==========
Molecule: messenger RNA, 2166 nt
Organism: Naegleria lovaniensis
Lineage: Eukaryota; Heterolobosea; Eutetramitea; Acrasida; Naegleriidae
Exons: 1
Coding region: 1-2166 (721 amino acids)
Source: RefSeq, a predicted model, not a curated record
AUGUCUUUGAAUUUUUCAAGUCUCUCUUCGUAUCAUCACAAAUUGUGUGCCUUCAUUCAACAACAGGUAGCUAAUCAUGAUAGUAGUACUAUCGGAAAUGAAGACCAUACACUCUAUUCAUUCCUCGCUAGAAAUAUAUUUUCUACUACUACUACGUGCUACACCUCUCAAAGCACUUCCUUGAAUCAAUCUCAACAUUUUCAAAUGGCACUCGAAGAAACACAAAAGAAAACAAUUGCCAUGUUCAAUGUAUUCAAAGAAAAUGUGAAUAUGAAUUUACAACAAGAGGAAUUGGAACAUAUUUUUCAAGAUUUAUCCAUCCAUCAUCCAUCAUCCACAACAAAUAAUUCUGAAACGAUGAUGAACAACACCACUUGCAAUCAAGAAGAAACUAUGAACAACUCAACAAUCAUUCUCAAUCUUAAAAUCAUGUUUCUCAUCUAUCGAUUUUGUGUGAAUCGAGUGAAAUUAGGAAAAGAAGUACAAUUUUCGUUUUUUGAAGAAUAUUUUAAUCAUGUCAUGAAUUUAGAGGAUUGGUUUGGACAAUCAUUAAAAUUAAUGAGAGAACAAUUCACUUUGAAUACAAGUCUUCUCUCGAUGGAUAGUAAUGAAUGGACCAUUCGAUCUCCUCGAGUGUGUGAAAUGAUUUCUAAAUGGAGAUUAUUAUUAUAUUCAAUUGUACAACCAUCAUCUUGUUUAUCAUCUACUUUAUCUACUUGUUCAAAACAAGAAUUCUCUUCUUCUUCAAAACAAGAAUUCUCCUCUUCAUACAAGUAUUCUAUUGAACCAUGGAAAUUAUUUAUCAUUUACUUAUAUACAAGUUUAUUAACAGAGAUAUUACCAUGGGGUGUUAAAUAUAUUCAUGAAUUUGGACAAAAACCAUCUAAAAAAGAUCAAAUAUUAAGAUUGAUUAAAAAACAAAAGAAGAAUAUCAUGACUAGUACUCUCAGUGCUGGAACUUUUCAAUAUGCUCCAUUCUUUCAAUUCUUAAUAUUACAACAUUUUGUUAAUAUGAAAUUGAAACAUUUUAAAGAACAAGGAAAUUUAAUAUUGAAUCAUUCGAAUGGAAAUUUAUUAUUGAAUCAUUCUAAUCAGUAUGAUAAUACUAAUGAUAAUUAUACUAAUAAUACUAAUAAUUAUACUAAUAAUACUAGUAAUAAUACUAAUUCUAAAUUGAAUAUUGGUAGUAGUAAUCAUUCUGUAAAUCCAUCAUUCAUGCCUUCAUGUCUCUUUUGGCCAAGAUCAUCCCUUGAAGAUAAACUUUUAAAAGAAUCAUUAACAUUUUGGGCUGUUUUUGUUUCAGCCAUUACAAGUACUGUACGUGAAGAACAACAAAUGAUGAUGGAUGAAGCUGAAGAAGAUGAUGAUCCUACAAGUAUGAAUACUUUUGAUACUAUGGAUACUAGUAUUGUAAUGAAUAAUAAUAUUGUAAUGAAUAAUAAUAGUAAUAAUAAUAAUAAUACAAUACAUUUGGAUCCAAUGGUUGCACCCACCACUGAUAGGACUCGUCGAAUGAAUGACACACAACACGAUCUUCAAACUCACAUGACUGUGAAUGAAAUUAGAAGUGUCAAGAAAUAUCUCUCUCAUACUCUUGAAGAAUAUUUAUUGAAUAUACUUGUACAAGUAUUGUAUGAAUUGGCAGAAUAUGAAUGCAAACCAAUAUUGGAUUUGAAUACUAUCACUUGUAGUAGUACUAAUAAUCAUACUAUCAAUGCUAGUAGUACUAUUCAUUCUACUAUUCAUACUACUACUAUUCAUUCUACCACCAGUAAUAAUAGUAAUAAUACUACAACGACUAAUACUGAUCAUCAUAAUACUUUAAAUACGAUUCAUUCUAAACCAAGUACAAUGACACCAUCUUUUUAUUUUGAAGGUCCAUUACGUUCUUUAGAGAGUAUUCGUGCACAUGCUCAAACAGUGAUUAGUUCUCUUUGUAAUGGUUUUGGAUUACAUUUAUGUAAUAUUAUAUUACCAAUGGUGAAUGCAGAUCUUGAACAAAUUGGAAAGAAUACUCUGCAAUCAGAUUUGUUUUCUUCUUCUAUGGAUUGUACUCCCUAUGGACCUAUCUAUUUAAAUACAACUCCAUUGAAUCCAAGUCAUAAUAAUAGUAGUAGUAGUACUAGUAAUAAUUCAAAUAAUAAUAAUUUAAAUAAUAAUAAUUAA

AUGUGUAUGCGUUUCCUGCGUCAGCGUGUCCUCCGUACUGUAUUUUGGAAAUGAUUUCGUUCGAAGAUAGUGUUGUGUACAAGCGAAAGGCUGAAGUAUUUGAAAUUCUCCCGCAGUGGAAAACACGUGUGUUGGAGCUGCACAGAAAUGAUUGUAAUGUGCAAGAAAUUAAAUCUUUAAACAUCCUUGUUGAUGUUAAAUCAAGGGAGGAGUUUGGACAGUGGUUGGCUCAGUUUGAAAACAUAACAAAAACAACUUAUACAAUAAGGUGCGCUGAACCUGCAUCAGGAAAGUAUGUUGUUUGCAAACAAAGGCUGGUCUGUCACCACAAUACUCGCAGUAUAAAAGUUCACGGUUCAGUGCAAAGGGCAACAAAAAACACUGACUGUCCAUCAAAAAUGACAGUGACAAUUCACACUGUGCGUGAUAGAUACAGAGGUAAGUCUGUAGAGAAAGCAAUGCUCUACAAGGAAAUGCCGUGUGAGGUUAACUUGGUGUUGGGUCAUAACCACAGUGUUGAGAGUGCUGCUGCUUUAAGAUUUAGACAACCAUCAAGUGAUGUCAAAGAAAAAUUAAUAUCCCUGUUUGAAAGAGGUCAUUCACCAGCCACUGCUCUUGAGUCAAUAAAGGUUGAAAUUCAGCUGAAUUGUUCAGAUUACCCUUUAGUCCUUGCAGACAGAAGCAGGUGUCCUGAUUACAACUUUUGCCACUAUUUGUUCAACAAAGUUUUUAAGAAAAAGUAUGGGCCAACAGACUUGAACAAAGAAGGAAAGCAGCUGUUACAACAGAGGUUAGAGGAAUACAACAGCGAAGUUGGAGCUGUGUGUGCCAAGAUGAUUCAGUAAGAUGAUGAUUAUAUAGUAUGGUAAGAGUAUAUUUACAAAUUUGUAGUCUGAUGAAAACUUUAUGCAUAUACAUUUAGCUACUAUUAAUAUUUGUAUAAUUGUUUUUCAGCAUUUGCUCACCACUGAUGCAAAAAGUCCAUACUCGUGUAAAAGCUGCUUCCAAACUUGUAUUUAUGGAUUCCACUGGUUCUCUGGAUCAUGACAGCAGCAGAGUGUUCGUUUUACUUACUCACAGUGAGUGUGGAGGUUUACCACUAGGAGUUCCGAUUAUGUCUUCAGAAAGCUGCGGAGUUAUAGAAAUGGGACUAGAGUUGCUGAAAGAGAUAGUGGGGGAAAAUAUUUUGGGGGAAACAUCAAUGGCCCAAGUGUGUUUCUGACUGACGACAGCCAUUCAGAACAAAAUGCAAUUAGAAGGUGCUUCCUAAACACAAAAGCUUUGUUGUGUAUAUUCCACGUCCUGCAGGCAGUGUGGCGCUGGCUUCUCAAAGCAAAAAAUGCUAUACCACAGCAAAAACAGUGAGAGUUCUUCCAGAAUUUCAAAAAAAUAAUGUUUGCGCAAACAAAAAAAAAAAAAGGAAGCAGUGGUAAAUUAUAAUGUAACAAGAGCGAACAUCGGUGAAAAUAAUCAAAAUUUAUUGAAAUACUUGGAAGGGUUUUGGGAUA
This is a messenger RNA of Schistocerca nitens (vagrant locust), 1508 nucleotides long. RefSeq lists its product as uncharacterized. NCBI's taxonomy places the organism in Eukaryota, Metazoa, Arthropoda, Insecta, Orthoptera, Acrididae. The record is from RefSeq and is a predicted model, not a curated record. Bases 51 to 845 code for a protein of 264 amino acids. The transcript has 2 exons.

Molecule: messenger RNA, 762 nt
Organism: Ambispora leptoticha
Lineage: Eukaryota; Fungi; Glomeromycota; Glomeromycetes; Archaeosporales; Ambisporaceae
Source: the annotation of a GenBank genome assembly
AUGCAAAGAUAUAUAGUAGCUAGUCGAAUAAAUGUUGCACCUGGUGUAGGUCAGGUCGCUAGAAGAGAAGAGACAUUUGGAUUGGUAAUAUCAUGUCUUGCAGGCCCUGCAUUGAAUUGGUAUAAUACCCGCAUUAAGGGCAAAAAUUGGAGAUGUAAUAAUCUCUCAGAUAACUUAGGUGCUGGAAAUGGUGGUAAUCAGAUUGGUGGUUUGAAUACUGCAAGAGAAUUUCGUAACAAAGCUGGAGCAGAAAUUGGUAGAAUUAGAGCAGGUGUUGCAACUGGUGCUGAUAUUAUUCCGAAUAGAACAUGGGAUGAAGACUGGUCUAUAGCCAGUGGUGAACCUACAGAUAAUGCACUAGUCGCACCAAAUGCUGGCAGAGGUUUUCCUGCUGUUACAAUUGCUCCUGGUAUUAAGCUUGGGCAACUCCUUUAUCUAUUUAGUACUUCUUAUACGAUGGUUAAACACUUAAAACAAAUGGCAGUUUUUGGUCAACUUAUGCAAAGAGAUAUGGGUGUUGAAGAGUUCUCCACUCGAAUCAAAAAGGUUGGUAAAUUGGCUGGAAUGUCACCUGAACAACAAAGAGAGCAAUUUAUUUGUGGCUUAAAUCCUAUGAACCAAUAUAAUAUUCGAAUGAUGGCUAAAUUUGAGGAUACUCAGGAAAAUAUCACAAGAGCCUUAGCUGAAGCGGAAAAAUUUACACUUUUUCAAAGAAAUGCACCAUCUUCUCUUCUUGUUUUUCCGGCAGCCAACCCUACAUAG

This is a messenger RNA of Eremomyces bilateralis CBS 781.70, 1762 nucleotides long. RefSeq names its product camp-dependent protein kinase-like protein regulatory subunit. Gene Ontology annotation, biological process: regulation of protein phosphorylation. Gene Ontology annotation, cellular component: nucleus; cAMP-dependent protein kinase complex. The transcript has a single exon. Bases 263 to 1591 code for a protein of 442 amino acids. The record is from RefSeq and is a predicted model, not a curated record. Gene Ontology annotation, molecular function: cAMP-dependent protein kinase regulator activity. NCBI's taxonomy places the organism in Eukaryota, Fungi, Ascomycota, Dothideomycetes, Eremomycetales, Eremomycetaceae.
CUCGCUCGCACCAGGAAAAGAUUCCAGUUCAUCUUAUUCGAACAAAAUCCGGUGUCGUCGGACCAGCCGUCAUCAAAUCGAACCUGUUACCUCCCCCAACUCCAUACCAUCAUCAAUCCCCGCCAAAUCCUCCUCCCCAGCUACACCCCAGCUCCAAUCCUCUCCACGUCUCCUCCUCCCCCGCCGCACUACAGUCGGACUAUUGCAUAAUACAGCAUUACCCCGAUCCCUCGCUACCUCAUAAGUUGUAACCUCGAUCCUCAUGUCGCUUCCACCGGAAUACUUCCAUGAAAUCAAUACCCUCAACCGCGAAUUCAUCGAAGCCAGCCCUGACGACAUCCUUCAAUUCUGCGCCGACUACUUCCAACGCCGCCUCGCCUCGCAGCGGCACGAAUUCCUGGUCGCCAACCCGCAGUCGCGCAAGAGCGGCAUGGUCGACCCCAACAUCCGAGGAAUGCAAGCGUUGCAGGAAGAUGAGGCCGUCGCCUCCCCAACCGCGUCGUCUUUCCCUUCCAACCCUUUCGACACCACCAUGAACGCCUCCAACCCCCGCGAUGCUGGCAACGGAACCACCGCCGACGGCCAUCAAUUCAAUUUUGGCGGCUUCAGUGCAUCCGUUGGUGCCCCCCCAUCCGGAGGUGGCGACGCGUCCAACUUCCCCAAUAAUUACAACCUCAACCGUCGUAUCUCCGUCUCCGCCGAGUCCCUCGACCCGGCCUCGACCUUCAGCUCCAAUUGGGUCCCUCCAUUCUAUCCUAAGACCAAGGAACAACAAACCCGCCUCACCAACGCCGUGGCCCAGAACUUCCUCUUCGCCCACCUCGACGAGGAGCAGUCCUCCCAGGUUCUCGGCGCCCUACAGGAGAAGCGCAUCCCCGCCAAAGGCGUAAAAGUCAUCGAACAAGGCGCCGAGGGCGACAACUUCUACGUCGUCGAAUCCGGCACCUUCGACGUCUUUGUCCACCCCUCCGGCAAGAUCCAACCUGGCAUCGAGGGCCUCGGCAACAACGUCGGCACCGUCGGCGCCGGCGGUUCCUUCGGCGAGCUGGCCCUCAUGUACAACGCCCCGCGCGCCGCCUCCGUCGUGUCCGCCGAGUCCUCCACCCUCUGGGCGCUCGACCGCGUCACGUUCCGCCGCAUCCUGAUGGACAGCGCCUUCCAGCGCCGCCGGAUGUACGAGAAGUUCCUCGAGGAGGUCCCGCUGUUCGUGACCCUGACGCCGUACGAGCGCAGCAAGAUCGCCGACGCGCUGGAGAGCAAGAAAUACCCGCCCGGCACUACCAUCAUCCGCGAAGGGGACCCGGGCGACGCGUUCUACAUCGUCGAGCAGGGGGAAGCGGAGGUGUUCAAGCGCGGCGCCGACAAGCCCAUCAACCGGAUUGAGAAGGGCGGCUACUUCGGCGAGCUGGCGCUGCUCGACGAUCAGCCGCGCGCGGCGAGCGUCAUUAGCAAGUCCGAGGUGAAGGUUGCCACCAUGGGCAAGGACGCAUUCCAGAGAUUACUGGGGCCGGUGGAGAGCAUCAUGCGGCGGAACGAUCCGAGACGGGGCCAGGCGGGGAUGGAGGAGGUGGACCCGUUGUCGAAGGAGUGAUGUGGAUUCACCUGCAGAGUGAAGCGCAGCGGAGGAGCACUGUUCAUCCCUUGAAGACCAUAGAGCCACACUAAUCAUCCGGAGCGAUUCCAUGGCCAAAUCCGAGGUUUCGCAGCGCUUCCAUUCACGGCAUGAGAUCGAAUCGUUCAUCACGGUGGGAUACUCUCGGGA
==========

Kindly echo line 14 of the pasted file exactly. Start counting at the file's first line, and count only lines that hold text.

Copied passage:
AUGCAAAGAUAUAUAGUAGCUAGUCGAAUAAAUGUUGCACCUGGUGUAGGUCAGGUCGCUAGAAGAGAAGAGACAUUUGGAUUGGUAAUAUCAUGUCUUGCAGGCCCUGCAUUGAAUUGGUAUAAUACCCGCAUUAAGGGCAAAAAUUGGAGAUGUAAUAAUCUCUCAGAUAACUUAGGUGCUGGAAAUGGUGGUAAUCAGAUUGGUGGUUUGAAUACUGCAAGAGAAUUUCGUAACAAAGCUGGAGCAGAAAUUGGUAGAAUUAGAGCAGGUGUUGCAACUGGUGCUGAUAUUAUUCCGAAUAGAACAUGGGAUGAAGACUGGUCUAUAGCCAGUGGUGAACCUACAGAUAAUGCACUAGUCGCACCAAAUGCUGGCAGAGGUUUUCCUGCUGUUACAAUUGCUCCUGGUAUUAAGCUUGGGCAACUCCUUUAUCUAUUUAGUACUUCUUAUACGAUGGUUAAACACUUAAAACAAAUGGCAGUUUUUGGUCAACUUAUGCAAAGAGAUAUGGGUGUUGAAGAGUUCUCCACUCGAAUCAAAAAGGUUGGUAAAUUGGCUGGAAUGUCACCUGAACAACAAAGAGAGCAAUUUAUUUGUGGCUUAAAUCCUAUGAACCAAUAUAAUAUUCGAAUGAUGGCUAAAUUUGAGGAUACUCAGGAAAAUAUCACAAGAGCCUUAGCUGAAGCGGAAAAAUUUACACUUUUUCAAAGAAAUGCACCAUCUUCUCUUCUUGUUUUUCCGGCAGCCAACCCUACAUAG